Recently, a study hit my inbox about Endometriosis mimicking an inguinal hernia. So, of course, my interest was piqued and research had to take place! Be warned, though, it’s considered VERY rare. In all the literature I’ve read, only 42 cases have been referenced as being documented inguinal Endo. But when has rarity stopped me from sharing something about Endometriosis? Yeah. Never. Here we go!
What is AN inguinal hernia?
An inguinal hernia is the most common type of hernia (about 70% of hernias are inguinal) and usually manifests as a small lump in the groin area. Both men and women can get inguinal hernias, but it’s apparently more common in men. It occurs if there’s a small hole in your abdominal cavity which allows fat or intestines to seep through, which can a lump or swelling to occur.
Zoe, a brave EndoWarrior, shares her journey with us today…even while she has another surgery pending. We wish you all of the best of luck, Zoe!!!
I started my period by having waterfalls for periods with no regularity from age 13 but was put on the pill to manage that at age 15 and that worked. I from my teen years thankfully had no interest in having children. I am not a career woman either, I just don’t get the clucky feeling other women get when they see kids – I get that feeling when I see animals instead so I have fur babies.
Melanie Rossiter is writing a book about Endometriosis (which is available on Amazon) and wanted to share her Endo journey with us today.
This story is taken from the introduction of my book ‘Reclaiming Feminine Wisdom: An Empowering Journey With Endometriosis’.
My struggle back to health began two weeks after the birth of my second child. I had to have postnatal emergency surgery for a retained placenta, which was followed by pain, adhesions (scar tissue sticking tissues or organs together), and endometriosis.
Coby-Lea was recently diagnosed with Endometriosis at 22 years old. Living in Northern Rivers, New South Wales, she wanted to share her story with others today.
Coby-Lea’s Journey: My story. Coby-Lea, 22 years old, diagnosed with endometriosis. Since I was 13, I’ve struggled with really extreme ‘period pain’ and abnormal cycles. They’d last for nearly 7 days! They’d be heavy. They’d sometimes have some tissue/clotty stuff. I was 13, I didn’t know what to do. Thankfully, my mum took me to the Dr who then put me on the pill to regulate my cycle and hopefully ease the pain. Fast forward 9 years, I cannot take the unbearable pain anymore. I know myself I am not exaggerating every time I say ‘this is the worst pain I’ve ever had!’. And so, this is where it all begins.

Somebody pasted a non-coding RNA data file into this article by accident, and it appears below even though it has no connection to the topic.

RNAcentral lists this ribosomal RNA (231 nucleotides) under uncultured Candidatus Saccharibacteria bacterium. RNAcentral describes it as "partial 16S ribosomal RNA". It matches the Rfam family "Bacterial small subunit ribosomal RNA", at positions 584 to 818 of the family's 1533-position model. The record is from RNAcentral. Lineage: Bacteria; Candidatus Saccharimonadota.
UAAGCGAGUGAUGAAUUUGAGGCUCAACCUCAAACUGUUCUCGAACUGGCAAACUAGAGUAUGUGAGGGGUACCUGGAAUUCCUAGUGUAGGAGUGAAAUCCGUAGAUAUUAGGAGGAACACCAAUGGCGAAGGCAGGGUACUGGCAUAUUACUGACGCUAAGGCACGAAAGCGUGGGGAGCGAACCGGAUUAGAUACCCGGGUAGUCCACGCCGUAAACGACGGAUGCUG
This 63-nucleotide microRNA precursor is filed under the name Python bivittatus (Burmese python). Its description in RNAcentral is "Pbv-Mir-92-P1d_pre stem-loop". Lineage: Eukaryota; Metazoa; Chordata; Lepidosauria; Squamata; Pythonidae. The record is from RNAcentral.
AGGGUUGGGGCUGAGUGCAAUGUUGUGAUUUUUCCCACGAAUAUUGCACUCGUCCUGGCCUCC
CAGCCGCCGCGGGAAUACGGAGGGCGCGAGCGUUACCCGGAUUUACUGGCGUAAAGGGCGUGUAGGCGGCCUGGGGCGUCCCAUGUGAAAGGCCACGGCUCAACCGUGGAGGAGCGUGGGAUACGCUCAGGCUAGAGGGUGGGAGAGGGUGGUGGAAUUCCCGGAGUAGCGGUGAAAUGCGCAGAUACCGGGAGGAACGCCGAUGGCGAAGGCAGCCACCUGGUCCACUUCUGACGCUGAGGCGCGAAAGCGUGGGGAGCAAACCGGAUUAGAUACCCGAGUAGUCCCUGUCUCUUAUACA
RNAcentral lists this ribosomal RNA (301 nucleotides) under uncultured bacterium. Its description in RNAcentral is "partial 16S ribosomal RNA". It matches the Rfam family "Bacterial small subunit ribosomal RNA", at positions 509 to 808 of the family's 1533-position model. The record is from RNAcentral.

Carole was diagnosed with Endometriosis when she was 25 years old. Now 65, she shares her Journey with us. And quite a journey it’s been!
Carole’s Journey: Suffered excruciating pain ever since I started my periods at age 11. Trying to describe the pain, I can only compare it to a vacuum trying to suck my uterus out of my body. I could not even walk, and everybody (even my parents) thought I was faking…Until the day I did not go to a dance because of the pain. I saw a few doctors, who all ordered D&C. Finally (thru a friend’s recommendation to her gynecologist) I was able to get an appointment to see her gynecologist at age 25. He suspected it was endometriosis and ordered a laparoscopy and it was confirmed. Finally there was a reason and a name for all my pain! I was prescribed the painkiller “Talwin” – very strong and I was somewhat “stoned” and even “hallucinated” – which rendered me unable to function for 1-2 days each month at work (better than 7 days of pain without it). Married, I was trying to get pregnant, and even with fertility pills I could not. Exploratory surgery found I had endometriosis that had squished both my ovaries and a lot on my uterus: One ovary removed; then second ovary removed; and finally uterus removed. I was 27 years old. Although most of pain was gone I still had pain with my bowel. At 35 years of age I had 6 inches of my bowels removed as endometriosis was found squishing my bowel. I was so happy to see a commercial on television that talked about it. After all those years people are finally going to believe that ENDOMETRIOSIS is real !!! Thank you.